This e-mail came in today. I’m interested to see if you agree with my answer or have a better idea.[box color=”gray”]I just installed my first package a week ago into a top bar hive. The queen was dead in her cage and I was told this usually means there is a queen in the package loose, so give it 3-5 days and see what happens. The weather immediately took a turn for the worse, with days in the 50s and nights below freezing. At first we saw some bees making flights, but over the past few days, nothing.
Due to the cold weather, I haven’t had a chance to take a look until today, exactly a week from when I installed them. The bees are all clustered on the floor of the hive. The cluster is just about the size of a baseball. They hadn’t discovered the sugar I’d put behind the follower, no comb has been built, and there’s signs of defecation inside the hive (3 or 4 spots of bee poo on one wall).
I moved the sugar in next to them instead of leaving it behind the follower, and lightly dusted the cluster with it so they have at least a little something to eat that they can’t help but find.
My question is, what next? If I need to order another package, it needs to happen asap, likewise if I just need to order a queen. The next several days are supposed to be gloriously warm and sunny, with more moderate night time lows. Do I wait another few days and see what happens? Should I go ahead and order a whole new package? Order just a queen?
The place I got the bees from says they have no idea about bees in top bar hives, so they aren’t any help!
Whoever told you that a dead queen in her cage meant there is a queen loose in the package was either ignorant or lying. And anyway, even in the remote chance there was a loose queen in the package, you paid for the one in the queen cage and she should be alive and healthy.
With the queen dead, and no way of making a queen, the colony is just dying. It is hopeless. At this point, you need a whole new package including the queen. If the queen in the cage was dead and they sent you home without a replacement, they owe you a whole new package, including a live queen, at no extra charge.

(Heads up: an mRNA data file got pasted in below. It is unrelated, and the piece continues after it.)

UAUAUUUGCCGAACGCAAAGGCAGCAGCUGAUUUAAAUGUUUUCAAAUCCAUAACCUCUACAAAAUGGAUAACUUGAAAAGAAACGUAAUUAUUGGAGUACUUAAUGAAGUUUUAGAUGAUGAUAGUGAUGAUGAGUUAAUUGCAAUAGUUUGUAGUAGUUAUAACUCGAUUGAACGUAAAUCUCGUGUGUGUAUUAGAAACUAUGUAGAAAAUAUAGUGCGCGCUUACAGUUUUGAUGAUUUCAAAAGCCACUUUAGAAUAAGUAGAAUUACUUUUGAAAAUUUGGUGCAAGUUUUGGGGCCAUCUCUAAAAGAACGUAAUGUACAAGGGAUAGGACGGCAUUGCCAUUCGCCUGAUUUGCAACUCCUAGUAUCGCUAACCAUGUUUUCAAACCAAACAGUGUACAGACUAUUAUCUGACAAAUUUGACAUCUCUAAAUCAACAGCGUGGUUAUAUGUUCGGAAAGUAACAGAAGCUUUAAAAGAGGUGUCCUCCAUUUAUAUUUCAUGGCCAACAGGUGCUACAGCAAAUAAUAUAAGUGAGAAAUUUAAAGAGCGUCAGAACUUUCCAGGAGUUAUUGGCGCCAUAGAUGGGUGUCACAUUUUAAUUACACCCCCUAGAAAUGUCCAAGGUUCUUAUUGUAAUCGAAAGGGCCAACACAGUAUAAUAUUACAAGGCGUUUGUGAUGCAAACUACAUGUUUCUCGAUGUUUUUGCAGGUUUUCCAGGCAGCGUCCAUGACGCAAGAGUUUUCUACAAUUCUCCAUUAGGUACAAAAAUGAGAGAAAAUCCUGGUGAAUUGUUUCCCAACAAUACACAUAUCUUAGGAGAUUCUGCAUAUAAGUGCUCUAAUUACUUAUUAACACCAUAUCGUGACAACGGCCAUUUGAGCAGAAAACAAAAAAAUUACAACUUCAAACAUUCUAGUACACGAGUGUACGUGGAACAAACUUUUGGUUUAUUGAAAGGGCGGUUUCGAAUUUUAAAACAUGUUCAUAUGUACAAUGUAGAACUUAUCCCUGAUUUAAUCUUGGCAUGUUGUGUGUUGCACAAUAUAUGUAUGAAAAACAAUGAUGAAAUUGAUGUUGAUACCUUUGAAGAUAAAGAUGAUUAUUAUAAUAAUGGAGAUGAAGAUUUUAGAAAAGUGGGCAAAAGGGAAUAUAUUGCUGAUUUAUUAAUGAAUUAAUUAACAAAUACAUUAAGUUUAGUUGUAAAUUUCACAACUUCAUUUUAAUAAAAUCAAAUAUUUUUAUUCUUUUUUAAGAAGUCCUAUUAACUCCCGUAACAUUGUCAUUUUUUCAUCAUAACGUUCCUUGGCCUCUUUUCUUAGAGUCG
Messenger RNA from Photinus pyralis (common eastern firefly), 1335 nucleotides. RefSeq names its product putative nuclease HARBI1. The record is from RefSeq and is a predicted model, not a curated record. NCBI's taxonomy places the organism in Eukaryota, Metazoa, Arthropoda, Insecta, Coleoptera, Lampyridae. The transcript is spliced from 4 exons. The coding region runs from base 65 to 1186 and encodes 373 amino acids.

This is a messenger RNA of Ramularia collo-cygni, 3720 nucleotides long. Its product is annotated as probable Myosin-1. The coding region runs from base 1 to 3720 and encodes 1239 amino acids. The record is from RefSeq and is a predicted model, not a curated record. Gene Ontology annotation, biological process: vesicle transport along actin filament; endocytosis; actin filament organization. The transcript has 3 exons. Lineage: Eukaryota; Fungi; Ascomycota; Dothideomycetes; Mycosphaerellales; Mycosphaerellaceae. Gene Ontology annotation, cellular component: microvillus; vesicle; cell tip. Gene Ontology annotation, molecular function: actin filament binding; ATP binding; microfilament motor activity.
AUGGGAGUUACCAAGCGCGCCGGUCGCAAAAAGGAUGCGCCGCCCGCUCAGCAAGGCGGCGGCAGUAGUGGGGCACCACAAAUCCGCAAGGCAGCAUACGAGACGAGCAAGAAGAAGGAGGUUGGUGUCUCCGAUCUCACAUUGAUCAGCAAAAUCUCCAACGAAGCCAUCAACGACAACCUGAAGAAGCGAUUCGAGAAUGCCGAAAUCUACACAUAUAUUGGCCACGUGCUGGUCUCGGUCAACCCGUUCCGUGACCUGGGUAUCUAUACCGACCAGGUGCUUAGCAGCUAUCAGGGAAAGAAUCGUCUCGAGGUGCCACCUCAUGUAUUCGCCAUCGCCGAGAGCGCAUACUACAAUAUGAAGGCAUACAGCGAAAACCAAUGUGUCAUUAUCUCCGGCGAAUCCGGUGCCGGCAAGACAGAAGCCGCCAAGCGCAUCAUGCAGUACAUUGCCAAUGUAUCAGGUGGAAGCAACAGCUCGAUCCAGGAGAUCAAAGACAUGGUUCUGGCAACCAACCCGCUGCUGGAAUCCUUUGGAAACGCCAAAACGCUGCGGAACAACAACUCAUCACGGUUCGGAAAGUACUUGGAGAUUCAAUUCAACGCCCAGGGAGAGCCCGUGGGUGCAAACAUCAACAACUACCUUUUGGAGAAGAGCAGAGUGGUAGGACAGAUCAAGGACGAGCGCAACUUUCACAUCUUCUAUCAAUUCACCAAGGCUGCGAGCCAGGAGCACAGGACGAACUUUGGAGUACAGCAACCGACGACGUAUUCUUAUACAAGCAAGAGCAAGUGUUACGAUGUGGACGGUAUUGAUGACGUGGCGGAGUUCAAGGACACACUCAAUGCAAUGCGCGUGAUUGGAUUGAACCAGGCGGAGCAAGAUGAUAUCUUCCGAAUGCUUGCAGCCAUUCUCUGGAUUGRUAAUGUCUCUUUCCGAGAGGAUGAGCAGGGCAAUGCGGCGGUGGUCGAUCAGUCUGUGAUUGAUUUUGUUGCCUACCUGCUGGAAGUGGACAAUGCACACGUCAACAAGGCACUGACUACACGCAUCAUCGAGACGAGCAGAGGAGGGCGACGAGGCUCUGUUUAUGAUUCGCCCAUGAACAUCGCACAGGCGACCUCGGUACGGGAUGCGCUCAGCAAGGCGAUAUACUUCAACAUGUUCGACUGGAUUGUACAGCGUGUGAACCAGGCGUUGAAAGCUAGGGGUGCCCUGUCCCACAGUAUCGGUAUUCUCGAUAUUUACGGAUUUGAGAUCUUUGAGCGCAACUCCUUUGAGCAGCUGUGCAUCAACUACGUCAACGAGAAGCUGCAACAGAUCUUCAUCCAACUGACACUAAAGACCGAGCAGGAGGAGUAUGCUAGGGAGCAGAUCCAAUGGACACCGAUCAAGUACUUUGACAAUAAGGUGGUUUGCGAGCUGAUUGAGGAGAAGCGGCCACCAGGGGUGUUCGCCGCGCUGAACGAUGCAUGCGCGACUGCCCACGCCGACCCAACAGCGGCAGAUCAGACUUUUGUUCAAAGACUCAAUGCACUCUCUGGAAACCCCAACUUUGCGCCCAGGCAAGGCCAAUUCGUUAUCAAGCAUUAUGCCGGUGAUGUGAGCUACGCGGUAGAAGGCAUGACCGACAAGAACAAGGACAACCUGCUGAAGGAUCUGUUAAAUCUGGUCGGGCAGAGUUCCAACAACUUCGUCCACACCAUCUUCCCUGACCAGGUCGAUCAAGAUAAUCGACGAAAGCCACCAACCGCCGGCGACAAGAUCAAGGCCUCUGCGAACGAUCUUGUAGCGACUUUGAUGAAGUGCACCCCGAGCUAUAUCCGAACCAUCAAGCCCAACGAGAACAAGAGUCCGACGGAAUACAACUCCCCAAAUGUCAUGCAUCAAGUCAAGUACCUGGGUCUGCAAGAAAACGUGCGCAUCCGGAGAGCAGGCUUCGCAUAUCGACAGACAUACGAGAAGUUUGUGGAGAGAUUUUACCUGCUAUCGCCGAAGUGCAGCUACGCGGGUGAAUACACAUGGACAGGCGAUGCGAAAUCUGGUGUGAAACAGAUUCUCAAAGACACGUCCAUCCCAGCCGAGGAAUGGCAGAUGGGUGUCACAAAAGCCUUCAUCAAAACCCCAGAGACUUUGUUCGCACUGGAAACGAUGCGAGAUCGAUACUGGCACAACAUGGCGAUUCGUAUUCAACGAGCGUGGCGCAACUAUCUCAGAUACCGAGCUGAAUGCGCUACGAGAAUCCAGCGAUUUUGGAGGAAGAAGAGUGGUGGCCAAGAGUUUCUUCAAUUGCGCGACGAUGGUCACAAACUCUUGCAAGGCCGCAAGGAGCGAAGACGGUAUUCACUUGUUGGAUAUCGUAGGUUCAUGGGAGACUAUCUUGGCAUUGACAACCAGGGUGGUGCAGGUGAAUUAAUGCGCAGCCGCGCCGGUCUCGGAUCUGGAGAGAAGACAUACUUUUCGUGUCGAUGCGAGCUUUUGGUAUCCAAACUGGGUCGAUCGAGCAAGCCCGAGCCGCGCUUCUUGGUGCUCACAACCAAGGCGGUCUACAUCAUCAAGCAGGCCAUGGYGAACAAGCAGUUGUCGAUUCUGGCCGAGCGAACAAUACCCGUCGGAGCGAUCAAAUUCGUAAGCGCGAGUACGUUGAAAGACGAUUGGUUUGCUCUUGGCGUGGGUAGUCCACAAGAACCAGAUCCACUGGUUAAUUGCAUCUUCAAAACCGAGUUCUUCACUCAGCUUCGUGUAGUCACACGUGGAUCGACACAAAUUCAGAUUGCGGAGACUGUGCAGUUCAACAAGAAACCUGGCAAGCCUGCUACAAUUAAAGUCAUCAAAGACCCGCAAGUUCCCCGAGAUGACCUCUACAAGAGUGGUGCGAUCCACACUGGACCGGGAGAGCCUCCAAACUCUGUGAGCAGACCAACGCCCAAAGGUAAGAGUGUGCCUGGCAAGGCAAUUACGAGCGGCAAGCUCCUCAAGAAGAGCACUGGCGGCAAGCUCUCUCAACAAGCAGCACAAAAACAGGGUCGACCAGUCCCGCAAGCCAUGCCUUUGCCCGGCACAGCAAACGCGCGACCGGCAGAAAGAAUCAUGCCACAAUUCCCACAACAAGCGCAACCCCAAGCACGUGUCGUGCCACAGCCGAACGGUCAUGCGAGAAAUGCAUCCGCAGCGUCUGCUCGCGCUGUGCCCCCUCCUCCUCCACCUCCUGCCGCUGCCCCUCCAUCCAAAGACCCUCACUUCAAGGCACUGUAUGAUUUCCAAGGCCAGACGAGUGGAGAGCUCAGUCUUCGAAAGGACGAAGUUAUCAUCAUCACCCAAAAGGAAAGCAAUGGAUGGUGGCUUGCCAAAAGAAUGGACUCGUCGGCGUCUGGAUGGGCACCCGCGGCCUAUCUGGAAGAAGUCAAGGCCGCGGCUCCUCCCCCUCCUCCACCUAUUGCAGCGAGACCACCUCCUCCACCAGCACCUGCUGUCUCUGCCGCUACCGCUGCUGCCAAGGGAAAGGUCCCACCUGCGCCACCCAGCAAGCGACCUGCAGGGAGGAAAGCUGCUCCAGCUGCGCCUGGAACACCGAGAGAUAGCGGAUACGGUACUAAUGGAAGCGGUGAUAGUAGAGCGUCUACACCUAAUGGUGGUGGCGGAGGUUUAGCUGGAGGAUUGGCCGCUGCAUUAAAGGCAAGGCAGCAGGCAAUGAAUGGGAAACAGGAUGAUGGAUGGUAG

In the meantime, put starter strips in your top-bar hive, if you haven’t already. Also, it’s not clear if you gave them solid sugar or syrup, but it should be syrup. Without lots of food they can’t build comb. So make syrup and add an attractant like lemongrass oil or anise oil so they can find it easier.
Next time, attach the queen cage to a middle bar and leave her in it a few day until comb building begins.
Andrea, I’m going to post this on the front page to see what other people think. I hope they agree.
Good luck, and next year get your bees from someone else.
So there’s nothing that can be done for the remaining bees? This is sad.
If they’re still alive, she can combine them with the new package.
I concur with your statements. If its only the size of a baseball that sounds very small to me, like there were not enough bees in the package in the first place. Bee poo sounds ominous too. I would be be asking for a new package with just those two factors. And if they are diseased I would be disposing of the comb and starting again. No point starting with a diseased package especially if you are new to it.
Original asker here!
Thanks so much for your swift response, Rusty. I’ve emailed the place I got the package; they won’t have any more coming in so my best hope at this point is a refund. The bad service is confusing, since they’re highly regarded locally, possibly my experience is a fluke or they just find top bars very confusing.
I’d offered the bees sugar with some lemongrass oil mixed in because temps have been barely peeking above 50 most days and I’ve read they won’t take syrup when it’s that cool.